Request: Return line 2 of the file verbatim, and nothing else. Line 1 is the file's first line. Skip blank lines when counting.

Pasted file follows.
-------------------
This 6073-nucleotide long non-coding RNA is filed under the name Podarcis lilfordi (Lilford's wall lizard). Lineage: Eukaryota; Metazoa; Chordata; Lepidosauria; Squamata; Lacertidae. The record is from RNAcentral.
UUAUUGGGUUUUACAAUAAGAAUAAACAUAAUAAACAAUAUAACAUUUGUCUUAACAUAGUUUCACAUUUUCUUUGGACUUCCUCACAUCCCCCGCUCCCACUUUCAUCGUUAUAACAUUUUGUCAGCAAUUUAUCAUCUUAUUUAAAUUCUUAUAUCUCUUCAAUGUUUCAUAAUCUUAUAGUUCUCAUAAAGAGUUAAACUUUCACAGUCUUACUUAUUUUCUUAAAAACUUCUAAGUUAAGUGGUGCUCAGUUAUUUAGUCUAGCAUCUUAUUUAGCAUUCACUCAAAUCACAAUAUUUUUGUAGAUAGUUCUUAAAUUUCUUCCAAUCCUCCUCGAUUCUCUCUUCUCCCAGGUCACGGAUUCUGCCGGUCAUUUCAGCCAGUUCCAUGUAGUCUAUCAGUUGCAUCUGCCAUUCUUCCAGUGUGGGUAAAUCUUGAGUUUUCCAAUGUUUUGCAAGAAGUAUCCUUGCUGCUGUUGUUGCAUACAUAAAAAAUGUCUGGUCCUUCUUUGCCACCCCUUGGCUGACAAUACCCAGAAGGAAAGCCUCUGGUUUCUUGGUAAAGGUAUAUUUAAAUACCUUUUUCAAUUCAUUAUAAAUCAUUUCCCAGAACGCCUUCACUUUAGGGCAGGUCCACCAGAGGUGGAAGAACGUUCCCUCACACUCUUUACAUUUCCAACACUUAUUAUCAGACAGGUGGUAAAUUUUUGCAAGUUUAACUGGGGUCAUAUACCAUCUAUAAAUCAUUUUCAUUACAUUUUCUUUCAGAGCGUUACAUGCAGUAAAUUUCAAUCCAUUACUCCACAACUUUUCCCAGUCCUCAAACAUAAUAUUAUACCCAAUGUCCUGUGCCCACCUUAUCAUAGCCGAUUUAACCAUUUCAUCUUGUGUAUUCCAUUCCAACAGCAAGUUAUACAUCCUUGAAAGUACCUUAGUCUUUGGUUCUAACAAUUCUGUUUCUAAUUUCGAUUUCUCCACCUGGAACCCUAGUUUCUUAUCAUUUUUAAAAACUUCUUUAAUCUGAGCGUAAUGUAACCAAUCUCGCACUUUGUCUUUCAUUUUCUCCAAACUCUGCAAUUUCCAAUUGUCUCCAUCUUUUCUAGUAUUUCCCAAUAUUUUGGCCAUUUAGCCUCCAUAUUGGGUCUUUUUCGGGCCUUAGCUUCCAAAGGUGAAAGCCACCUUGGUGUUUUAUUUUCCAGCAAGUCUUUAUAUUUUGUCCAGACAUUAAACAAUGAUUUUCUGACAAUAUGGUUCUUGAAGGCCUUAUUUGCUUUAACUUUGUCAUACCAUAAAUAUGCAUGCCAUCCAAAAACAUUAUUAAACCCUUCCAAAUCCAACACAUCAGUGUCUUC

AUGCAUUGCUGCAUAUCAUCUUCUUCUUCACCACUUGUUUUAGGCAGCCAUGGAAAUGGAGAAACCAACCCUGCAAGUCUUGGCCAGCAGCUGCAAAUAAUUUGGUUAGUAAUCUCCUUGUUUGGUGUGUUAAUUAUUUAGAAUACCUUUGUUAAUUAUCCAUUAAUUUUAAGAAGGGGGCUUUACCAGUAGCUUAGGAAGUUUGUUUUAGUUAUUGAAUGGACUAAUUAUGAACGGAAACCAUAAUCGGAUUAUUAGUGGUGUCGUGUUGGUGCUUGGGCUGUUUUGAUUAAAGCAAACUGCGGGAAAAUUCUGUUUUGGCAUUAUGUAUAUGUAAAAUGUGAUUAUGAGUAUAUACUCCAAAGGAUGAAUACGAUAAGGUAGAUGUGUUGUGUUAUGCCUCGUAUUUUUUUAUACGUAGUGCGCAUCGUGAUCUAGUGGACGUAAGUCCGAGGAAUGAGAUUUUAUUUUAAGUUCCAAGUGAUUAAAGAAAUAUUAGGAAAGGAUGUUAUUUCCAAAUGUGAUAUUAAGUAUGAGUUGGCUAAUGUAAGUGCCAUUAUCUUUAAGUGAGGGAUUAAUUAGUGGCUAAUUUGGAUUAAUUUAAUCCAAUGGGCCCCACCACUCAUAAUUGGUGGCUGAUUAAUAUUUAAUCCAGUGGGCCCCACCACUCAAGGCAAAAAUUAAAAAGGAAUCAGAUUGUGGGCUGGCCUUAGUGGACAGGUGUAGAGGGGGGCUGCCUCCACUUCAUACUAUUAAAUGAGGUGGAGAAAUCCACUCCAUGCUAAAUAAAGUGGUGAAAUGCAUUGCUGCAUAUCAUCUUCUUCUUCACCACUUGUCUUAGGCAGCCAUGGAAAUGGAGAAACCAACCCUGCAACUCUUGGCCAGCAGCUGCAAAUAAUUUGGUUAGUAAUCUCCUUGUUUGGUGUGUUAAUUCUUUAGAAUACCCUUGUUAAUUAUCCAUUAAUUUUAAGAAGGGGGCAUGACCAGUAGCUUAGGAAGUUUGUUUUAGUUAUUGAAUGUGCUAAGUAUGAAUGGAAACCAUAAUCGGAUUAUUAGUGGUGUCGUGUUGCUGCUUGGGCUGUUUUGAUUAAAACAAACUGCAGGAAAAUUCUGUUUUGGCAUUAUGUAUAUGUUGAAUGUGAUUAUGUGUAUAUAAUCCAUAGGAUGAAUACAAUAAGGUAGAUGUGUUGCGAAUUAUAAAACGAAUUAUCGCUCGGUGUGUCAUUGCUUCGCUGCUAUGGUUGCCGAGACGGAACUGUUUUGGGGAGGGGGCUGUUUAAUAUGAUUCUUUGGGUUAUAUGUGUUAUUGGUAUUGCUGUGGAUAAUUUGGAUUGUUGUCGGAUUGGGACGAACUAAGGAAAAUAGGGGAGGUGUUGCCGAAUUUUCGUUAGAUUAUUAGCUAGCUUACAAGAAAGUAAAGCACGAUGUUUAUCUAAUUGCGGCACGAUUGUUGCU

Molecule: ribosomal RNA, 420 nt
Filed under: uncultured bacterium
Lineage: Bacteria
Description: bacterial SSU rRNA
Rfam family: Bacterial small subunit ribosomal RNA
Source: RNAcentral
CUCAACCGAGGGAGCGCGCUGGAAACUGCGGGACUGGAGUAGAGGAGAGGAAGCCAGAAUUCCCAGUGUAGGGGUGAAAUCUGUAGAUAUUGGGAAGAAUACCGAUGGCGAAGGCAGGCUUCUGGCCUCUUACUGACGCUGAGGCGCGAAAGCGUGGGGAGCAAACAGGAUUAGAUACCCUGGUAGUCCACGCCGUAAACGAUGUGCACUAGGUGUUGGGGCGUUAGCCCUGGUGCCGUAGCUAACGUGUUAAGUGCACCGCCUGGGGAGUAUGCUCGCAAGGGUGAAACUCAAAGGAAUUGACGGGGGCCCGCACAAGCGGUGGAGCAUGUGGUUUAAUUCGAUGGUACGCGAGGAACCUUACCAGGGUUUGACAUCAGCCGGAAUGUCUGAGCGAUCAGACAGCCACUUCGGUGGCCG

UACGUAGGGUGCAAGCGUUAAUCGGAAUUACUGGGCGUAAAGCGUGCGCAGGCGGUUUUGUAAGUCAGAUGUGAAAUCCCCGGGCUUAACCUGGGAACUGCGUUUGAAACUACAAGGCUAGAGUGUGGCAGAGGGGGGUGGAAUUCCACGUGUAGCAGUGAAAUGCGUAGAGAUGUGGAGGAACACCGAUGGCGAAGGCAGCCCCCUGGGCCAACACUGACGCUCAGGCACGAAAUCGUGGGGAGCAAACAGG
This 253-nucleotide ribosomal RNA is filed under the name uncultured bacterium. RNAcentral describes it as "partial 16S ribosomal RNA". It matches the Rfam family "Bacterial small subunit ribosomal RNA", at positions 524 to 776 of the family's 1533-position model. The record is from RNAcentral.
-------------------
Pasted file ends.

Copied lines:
UUAUUGGGUUUUACAAUAAGAAUAAACAUAAUAAACAAUAUAACAUUUGUCUUAACAUAGUUUCACAUUUUCUUUGGACUUCCUCACAUCCCCCGCUCCCACUUUCAUCGUUAUAACAUUUUGUCAGCAAUUUAUCAUCUUAUUUAAAUUCUUAUAUCUCUUCAAUGUUUCAUAAUCUUAUAGUUCUCAUAAAGAGUUAAACUUUCACAGUCUUACUUAUUUUCUUAAAAACUUCUAAGUUAAGUGGUGCUCAGUUAUUUAGUCUAGCAUCUUAUUUAGCAUUCACUCAAAUCACAAUAUUUUUGUAGAUAGUUCUUAAAUUUCUUCCAAUCCUCCUCGAUUCUCUCUUCUCCCAGGUCACGGAUUCUGCCGGUCAUUUCAGCCAGUUCCAUGUAGUCUAUCAGUUGCAUCUGCCAUUCUUCCAGUGUGGGUAAAUCUUGAGUUUUCCAAUGUUUUGCAAGAAGUAUCCUUGCUGCUGUUGUUGCAUACAUAAAAAAUGUCUGGUCCUUCUUUGCCACCCCUUGGCUGACAAUACCCAGAAGGAAAGCCUCUGGUUUCUUGGUAAAGGUAUAUUUAAAUACCUUUUUCAAUUCAUUAUAAAUCAUUUCCCAGAACGCCUUCACUUUAGGGCAGGUCCACCAGAGGUGGAAGAACGUUCCCUCACACUCUUUACAUUUCCAACACUUAUUAUCAGACAGGUGGUAAAUUUUUGCAAGUUUAACUGGGGUCAUAUACCAUCUAUAAAUCAUUUUCAUUACAUUUUCUUUCAGAGCGUUACAUGCAGUAAAUUUCAAUCCAUUACUCCACAACUUUUCCCAGUCCUCAAACAUAAUAUUAUACCCAAUGUCCUGUGCCCACCUUAUCAUAGCCGAUUUAACCAUUUCAUCUUGUGUAUUCCAUUCCAACAGCAAGUUAUACAUCCUUGAAAGUACCUUAGUCUUUGGUUCUAACAAUUCUGUUUCUAAUUUCGAUUUCUCCACCUGGAACCCUAGUUUCUUAUCAUUUUUAAAAACUUCUUUAAUCUGAGCGUAAUGUAACCAAUCUCGCACUUUGUCUUUCAUUUUCUCCAAACUCUGCAAUUUCCAAUUGUCUCCAUCUUUUCUAGUAUUUCCCAAUAUUUUGGCCAUUUAGCCUCCAUAUUGGGUCUUUUUCGGGCCUUAGCUUCCAAAGGUGAAAGCCACCUUGGUGUUUUAUUUUCCAGCAAGUCUUUAUAUUUUGUCCAGACAUUAAACAAUGAUUUUCUGACAAUAUGGUUCUUGAAGGCCUUAUUUGCUUUAACUUUGUCAUACCAUAAAUAUGCAUGCCAUCCAAAAACAUUAUUAAACCCUUCCAAAUCCAACACAUCAGUGUCUUC